Media company NZME says three recently-launched digital advertising products have the potential to boost revenue in an uncertain media market.
Auckland-based NZME, which split from Australia’s APN News & Media in 2016, listed on the NZX the same year, and counts the NZ Herald, NewstalkZB, Radio Sport and The Hits among its main properties, said OneRoof (property), Yudu (jobs) and Driven (cars) leverage existing newspaper products.
In a surprisingly upbeat annual general meeting in Auckland today, NZME said it is focusing on three areas: slowing the decline in print, growing radio, and boosting digital revenue, particularly through its new brands.
Chief executive Michael Boggs told shareholders the company had been pleased to limit trading revenue declines in the 2017 year to 4 percent, about the same as in 2016. And cost-cutting meant earnings before interest, tax, depreciation and amortisation had fallen only 2 percent to $66.2 million.
Print revenue fell 7 percent to $221.3 million, he said, but that was “better than the market”. Meanwhile falls in radio revenue had been reversed in the final quarter of 2017, and digital grew 8 percent.
Chair Peter Cullinane, better known for founding the upmarket dairy brand Lewis Road Creamery and before that for his leadership of ad agency Saatchi & Saatchi, told BusinessDesk that although the three new digital brands would add $6 million to costs this year, they were a logical progression from existing print classifieds and other NZME advertising products.
“If you look at markets around the world, these particular verticals are highly significant and relatively simple to monetise. There’s a need for what they can offer and it makes sense because we have the benefit of being able to use our other media assets to bring people to them.”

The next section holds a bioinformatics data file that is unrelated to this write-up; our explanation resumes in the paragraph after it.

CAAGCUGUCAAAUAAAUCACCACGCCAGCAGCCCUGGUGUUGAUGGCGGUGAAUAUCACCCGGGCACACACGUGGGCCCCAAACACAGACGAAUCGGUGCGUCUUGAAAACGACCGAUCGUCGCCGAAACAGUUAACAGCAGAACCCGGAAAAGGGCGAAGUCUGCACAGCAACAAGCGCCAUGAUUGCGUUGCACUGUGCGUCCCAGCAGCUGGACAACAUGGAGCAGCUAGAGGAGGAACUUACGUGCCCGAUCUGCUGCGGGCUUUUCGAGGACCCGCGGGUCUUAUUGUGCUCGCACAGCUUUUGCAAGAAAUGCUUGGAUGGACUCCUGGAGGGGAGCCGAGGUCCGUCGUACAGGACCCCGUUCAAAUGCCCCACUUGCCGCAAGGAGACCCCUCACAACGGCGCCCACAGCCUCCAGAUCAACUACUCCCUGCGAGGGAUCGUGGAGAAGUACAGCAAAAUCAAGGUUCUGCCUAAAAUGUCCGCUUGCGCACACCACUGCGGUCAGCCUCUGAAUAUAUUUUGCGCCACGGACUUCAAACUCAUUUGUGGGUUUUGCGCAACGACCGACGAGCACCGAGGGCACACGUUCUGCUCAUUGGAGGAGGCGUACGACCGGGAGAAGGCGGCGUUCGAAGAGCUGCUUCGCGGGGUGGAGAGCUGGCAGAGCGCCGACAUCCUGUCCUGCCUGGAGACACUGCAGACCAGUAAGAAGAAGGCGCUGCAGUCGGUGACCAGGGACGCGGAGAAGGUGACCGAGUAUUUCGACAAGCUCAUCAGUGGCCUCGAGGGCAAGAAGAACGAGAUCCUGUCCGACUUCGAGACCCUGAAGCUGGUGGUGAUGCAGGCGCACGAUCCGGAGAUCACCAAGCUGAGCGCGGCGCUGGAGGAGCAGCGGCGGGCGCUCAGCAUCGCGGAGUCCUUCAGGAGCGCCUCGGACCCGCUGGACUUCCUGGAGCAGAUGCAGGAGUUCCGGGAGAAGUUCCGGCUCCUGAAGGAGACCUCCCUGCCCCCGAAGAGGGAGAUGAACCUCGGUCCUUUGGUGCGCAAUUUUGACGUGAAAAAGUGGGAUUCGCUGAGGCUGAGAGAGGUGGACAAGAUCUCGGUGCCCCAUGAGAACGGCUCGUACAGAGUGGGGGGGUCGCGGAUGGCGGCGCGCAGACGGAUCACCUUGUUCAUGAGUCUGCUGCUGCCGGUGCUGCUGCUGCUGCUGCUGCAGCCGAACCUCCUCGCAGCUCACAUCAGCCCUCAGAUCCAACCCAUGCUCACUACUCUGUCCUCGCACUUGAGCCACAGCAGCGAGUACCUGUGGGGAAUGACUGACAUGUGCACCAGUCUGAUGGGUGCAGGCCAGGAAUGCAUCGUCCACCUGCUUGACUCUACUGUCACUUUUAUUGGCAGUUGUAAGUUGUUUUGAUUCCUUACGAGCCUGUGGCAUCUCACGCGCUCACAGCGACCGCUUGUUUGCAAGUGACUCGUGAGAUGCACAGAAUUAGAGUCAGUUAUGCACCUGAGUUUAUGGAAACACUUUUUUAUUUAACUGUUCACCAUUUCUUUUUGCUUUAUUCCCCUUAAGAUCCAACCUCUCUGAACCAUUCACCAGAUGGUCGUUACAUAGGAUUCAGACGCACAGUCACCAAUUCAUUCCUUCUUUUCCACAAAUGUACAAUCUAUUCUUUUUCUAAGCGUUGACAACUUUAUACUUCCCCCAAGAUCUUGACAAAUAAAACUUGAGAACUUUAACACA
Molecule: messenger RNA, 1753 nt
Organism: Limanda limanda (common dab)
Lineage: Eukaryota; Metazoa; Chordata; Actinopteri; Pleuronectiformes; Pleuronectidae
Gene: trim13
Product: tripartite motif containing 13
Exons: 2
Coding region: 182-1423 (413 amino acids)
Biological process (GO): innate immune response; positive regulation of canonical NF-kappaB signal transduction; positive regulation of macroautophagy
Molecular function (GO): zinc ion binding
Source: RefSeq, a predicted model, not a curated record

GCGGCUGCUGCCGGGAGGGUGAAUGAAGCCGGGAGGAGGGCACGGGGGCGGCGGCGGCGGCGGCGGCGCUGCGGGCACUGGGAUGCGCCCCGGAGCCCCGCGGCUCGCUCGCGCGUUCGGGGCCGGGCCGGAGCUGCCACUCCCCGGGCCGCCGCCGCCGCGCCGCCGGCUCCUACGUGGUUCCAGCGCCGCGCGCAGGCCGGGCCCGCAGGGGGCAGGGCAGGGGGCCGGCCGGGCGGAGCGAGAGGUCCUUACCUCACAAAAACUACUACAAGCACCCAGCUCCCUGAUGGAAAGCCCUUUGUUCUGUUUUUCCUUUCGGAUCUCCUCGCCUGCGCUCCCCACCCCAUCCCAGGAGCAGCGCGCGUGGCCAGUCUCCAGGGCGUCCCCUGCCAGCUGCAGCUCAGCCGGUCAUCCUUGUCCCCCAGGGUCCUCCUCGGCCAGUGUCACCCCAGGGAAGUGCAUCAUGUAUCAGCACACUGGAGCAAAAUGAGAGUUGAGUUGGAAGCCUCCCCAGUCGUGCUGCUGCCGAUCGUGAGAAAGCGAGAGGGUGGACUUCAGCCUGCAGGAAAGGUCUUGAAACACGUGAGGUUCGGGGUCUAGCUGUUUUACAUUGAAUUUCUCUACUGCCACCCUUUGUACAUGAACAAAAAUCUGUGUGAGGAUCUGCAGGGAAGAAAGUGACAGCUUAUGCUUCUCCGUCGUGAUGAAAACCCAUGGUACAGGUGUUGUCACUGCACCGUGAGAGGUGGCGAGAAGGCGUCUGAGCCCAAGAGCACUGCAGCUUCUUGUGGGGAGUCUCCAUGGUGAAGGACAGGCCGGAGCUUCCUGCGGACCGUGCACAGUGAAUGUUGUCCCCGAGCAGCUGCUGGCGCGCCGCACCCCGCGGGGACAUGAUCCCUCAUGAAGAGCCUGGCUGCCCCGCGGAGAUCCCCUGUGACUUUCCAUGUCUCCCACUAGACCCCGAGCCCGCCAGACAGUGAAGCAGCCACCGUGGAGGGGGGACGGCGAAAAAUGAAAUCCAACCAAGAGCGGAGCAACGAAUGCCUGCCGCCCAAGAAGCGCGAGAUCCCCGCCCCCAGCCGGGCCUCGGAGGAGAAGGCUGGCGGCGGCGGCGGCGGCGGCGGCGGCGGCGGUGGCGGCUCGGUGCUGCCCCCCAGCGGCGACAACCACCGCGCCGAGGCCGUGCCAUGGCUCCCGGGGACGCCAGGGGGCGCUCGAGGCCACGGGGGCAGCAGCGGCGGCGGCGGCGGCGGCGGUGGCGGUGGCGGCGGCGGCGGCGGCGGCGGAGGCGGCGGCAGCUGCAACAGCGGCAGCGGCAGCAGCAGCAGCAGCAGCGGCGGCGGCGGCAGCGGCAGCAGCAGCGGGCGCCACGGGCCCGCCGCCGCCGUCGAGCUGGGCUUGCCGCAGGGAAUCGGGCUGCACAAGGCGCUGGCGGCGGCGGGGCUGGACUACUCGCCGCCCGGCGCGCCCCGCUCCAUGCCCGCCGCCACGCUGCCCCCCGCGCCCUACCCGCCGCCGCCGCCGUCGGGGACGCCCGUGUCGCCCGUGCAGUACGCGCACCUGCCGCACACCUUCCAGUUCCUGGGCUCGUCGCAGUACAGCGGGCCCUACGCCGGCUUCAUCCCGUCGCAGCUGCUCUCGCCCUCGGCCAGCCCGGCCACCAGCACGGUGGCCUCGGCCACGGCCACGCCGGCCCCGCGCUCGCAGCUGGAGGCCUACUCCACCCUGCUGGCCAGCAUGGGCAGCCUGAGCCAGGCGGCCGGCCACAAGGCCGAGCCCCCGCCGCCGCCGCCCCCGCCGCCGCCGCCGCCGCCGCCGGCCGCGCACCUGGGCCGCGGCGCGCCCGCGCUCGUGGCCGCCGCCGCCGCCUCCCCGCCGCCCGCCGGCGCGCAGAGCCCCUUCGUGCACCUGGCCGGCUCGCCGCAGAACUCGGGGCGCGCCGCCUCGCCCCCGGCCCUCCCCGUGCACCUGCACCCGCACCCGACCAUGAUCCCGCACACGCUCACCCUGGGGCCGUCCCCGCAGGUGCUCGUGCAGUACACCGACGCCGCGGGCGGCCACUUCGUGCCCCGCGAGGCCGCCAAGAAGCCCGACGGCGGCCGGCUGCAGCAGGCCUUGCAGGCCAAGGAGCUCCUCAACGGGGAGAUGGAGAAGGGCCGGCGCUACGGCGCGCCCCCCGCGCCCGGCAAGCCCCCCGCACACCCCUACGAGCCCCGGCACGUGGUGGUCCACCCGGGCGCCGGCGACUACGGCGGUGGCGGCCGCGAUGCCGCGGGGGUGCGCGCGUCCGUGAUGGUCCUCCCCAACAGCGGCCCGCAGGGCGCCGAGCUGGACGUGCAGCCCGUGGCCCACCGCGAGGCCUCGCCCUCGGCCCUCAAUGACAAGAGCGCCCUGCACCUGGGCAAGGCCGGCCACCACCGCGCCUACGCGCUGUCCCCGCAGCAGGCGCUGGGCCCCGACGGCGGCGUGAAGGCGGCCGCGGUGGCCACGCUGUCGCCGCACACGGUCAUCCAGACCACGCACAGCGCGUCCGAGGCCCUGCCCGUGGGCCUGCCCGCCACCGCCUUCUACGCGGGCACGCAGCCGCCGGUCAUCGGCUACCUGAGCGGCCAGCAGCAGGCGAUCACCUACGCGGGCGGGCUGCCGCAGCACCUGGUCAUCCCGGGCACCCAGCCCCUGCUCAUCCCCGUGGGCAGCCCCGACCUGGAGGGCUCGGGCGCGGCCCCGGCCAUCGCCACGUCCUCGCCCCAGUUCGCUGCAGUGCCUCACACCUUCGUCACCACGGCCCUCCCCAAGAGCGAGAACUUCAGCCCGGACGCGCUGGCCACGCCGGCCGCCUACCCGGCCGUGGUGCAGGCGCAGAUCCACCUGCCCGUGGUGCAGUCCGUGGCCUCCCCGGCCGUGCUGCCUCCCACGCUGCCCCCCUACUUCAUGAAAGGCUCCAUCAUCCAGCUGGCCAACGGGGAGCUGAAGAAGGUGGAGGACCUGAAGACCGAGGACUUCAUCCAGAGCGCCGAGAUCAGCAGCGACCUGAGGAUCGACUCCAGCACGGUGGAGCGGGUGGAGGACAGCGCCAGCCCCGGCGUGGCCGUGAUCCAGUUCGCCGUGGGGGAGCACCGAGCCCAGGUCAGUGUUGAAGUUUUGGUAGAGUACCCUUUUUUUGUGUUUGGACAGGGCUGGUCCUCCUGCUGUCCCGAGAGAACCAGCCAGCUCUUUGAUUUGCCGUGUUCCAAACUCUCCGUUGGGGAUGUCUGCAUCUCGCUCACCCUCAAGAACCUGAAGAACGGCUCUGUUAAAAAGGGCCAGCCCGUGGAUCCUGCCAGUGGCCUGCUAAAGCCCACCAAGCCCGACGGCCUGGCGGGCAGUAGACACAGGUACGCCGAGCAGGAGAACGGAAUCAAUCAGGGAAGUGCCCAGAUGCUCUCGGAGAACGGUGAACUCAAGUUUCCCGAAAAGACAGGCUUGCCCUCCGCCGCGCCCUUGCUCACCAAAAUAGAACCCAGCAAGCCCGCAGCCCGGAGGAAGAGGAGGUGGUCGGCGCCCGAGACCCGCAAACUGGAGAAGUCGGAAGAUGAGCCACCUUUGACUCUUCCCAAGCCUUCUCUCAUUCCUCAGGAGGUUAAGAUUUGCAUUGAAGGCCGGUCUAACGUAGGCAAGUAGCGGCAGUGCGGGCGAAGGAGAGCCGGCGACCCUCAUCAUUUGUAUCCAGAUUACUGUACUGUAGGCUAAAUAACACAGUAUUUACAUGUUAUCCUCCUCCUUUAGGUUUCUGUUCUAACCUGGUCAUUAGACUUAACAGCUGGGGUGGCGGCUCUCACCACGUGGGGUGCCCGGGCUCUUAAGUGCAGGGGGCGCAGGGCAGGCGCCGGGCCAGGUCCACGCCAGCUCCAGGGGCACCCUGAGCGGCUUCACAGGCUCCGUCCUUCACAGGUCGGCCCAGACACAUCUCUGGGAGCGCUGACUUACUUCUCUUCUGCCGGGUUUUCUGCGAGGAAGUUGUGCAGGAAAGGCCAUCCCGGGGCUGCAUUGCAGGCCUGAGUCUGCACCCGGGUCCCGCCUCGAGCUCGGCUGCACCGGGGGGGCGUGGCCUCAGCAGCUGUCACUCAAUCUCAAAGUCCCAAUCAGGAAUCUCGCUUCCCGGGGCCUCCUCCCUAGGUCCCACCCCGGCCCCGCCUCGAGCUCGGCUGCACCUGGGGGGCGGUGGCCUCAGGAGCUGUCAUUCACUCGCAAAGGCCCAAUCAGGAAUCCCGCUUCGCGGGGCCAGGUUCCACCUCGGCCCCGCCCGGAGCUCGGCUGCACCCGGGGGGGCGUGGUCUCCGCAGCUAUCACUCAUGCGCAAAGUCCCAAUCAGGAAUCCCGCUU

“Trade Me has had a good time of it over the years, without too much competition When you get a major player in the market without too much competition, it’s a good place to play.”
The strategy will bring NZME head-to-head against Trade Me Group, one of New Zealand’s most popular websites and a former Fairfax Media asset. But NZME said OneRoof was already being included in 50 percent of total listings in the market, and Driven.co.nz was achieving 60 percent.
Cullinane says it’s a big market.
“Trade Me has had a good time of it over the years, without too much competition. When you get a major player in the market without too much competition, it’s a good place to play.”
Meanwhile, Cullinane announced at the AGM that Sussan Turner, former group chief executive of NZME media rival MediaWorks has joined the NZME board as an independent director.
Turner, who takes up the role on July 16, becomes part of what is turning out to be a grunty-looking board. Former ASB Bank chief executive Barbara Chapman was appointed in April and the other non-executive members are David Gibson, formerly co-head of investment banking at Deutsche Craigs, and accountant Carol Campbell.
Cullinane took over as chair of a much-shrunken board at the end of last year on the retirement of veteran director and former ANZ National Bank head John Anderson.
He told BusinessDesk today that the number of directors been cut after the split from APN because of the expected merger with local Fairfax unit, Stuff. But when that didn’t happen, the company needed to make new appointments.
While Boggs told shareholders NZME and Stuff would continue to fight in court for the merger to be approved, Cullinane said the company had reached the stage where it would be “business as usual” even if it didn’t.
“We have got used to the idea of the merger not going ahead. We aren’t waiting for the outcome [of the appeals process] before starting doing what we need to do.
“If it does go ahead, that will bring opportunities that aren’t otherwise there. But we are happy to play the cards we’re dealt.”
He said the “rabbit in the headlights” panic in the media around the decline in print had dissipated.
Rather than the rapid collapse many had foreseen, “we’ve got used to operating in a print media world in gradual decline”, he said. Even in print there were “green shoots”, he said, and radio and digital will be areas of growth.
NZME has fingers in several other digital pies including: restaurant booking software company Restaurant Hub; mortgage, insurance and vehicle finance rate comparison site Ratebroker; the Chinese Herald site; and on-demand video service WatchMe.
The shares slipped 1.2 percent to 84 cents yesterday, having declined 3.4 percent so far this year.